Filed under: Culture and Catholicism, Uncategorized | Tags: modesty, Pentecost, prayer, religious fashion
It is Pentecost Sunday at a traditional Catholic church west of Chicago. It is June, cooler this morning than yesterday, with a little rain and thunder during the night so that the air is utterly clear of moisture, and in the diamond-bright lemon-yellow sunshine pouring full upon us from the east stained glass, every dressing of the altar is in sharp focus.
The liturgical color of Pentecost is red, which is usually the color of the holy martyrs, and of course this comments on the nature of the red, the nature of the feast, the meaning of Pentecost: is it blood red? Yes. Yes, the visitation of the Holy Ghost on the followers of Christ is something like dying–dying of the weak, old man, birth of the new man, the new people, a people infused with grace. Like blood, this red is living. The flame with which the Holy Ghost is said to have ‘come upon’ the apostles glows at the heart of it. It flickers with energy.
And so it is, in the church today. The altar is dripping with red, the brilliant crimson veil across the tabernacle, and the flowers announcing the feast. There are two large bouquets in gold vases center right and left on the altar, with two slightly smaller vases on the farthest edges in front of the angel statues which kneel always to Christ present there, and of course the smallest, the bouquets before the statues of Our Lady and St. Joseph which stand left and right of the altar. All six bouquets are of deep red roses against dark luminous greens, except the smallest ones, which effervesce with sprays of Rosa Magical, those tiny intensely gold pips that explode among the roses like sparklers.
In the thanksgiving after mass, we pray. It is intensely quiet. We pray intensely. Everything helps us adore, and that is what we came here for. Two girls approach the altar railing to say a special prayer, to be closer to Christ in the tabernacle behind the railing up on the altar. They kneel together. They are sisters. One is a little older, already a teen, the other a little younger, eleven or twelve. They are both dressed in red, and there at the altar railing they kneel upon red carpet in the sweet June sunshine. The older girl’s top is a red-striped knit, nothing special, but the younger girl is incredibly arresting. She is wearing a red party dress. It is what is aptly called princess-cut, with three quarter sleeves, the scooped neckline framing her little face and her cascading deep curls (crowned with a sweet mantilla) in an ivory cameo infused from below with that red glow from the bodice.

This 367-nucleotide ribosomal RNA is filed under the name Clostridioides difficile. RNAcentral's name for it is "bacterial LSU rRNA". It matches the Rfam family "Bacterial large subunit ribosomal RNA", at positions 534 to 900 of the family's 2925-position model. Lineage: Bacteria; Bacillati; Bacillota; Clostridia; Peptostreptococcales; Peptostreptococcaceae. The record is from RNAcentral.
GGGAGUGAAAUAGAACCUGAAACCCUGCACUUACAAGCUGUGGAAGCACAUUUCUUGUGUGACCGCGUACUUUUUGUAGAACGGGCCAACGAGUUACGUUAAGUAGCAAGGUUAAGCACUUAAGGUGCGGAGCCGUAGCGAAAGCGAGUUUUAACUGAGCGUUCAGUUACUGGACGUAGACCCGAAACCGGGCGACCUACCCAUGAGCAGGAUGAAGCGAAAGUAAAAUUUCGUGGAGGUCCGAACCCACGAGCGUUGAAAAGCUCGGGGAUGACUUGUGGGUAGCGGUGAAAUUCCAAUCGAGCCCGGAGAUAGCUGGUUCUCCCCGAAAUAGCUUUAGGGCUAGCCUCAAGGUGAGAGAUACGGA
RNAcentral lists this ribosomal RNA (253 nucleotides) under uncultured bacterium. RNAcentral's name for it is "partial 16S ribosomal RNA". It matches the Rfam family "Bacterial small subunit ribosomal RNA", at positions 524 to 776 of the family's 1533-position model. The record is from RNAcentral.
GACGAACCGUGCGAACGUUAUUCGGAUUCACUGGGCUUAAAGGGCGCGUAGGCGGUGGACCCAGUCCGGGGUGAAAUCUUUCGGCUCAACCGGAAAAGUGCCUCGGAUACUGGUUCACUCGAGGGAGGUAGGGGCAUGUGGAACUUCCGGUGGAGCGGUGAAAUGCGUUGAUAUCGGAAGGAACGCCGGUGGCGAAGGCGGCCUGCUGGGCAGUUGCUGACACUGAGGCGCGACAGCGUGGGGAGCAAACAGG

It is an empire dress, that is, high-waisted. That is what a society write-up might say of the gown. The skirt section is cut velvet with its own deep smoldering sheen, and the bodice is every inch covered with red sequins. Each one catches the sun, and scatters it.
She has dressed for this mass. She is like the flame itself of the Holy Ghost come upon mankind to be our sanctifier, as Father preached at mass. She is twelve and dressed for heaven.
Here is fashion. Did she mean this gesture when she chose her garment this morning? Perhaps not. It is not a particularly special dress, you will find it at Target, or Walmart, or Penny’s, it is surely a hand-me-down, since she has several older sisters in this community of large families. But they both wore red–perhaps automatically, so many families have their ‘home altars’ and adorn them to follow the liturgical colors through the seasons and the great feasts.
This is fashion. This is dressing with purpose, and love. We miss this in our religiously secularized worlds. What is not fashion could be an identical dress, but without the love. Oh, the poor starlets touting sequins on the red carpet of yet another boring awards extravaganza, celebrating nothing at all, just profits and which ‘entry’ this year spouts the most naughty words and the most broken commandments. No amount of exposed bosom generates the least heat. They spend ever so much time adorning themselves, only to end up being boring. It is easy to be boring–just subtract love, substitute shock, and celebrate sin. Yawn.
This little girl, on the other hand, is celebrating the Holy Ghost and all the gifts He brings humankind: Wisdom, Understanding, Good Counsel, Fortitude, Knowledge, Piety, and Fear of the Lord. She knows what they mean, she learned them (she had to) in catechism class. Apparently the Holy Ghost is a very brainy Guy, all the gifts the Faithful receive at the sacrament of baptism as seeds to be grown throughout their lives (and remember especially on Pentecost, and pray during mass for an increase in their force) are intellectual gifts. They are exciting gifts, they are the pearls men and women seek for a lifetime and yet so rarely find. They are passionate, that is why the Church calls for this color precisely on this day, and that is why the altar and the lucky girls wear red.
This is fashion. And it leads to prayer.
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